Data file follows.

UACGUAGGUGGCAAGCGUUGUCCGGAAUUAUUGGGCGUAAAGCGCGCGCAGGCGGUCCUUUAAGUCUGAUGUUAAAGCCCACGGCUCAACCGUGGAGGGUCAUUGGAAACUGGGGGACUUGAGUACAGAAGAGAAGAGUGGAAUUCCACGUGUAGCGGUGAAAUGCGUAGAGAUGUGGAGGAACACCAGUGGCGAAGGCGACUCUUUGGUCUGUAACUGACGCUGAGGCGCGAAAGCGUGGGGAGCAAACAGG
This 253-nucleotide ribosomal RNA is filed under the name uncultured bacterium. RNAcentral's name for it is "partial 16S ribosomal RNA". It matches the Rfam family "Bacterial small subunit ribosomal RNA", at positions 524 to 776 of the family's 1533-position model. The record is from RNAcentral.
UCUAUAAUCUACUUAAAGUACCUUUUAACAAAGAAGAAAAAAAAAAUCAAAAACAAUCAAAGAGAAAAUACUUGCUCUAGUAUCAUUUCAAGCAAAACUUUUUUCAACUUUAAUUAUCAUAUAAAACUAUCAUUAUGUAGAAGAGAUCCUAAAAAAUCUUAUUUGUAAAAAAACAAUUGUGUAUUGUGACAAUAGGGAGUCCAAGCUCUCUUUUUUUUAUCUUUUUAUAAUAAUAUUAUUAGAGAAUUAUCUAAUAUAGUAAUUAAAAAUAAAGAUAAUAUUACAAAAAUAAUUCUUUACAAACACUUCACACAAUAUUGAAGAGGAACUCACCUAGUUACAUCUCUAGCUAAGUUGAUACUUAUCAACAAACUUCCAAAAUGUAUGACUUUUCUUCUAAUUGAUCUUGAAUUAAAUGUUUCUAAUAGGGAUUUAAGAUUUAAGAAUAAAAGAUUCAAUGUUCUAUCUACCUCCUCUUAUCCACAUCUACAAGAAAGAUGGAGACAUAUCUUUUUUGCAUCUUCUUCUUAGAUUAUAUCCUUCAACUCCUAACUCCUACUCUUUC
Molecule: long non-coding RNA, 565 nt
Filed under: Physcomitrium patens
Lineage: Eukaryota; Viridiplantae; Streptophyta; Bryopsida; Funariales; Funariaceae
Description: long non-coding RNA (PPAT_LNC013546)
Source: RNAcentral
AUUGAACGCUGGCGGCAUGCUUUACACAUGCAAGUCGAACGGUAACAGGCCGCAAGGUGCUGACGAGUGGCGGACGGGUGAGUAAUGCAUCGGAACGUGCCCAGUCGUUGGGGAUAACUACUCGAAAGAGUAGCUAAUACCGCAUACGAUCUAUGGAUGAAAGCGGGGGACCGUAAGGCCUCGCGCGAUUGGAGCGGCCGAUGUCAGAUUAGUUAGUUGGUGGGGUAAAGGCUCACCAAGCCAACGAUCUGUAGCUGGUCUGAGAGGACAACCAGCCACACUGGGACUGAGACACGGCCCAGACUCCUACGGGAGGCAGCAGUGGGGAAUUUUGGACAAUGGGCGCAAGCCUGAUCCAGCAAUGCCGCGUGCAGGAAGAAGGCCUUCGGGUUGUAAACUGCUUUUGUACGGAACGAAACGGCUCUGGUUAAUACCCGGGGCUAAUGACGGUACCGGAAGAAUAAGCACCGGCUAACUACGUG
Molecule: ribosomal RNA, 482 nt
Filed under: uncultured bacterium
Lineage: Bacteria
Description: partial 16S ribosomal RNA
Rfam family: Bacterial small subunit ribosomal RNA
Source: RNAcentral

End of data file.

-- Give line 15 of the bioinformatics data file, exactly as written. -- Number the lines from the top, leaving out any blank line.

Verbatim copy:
Source: RNAcentral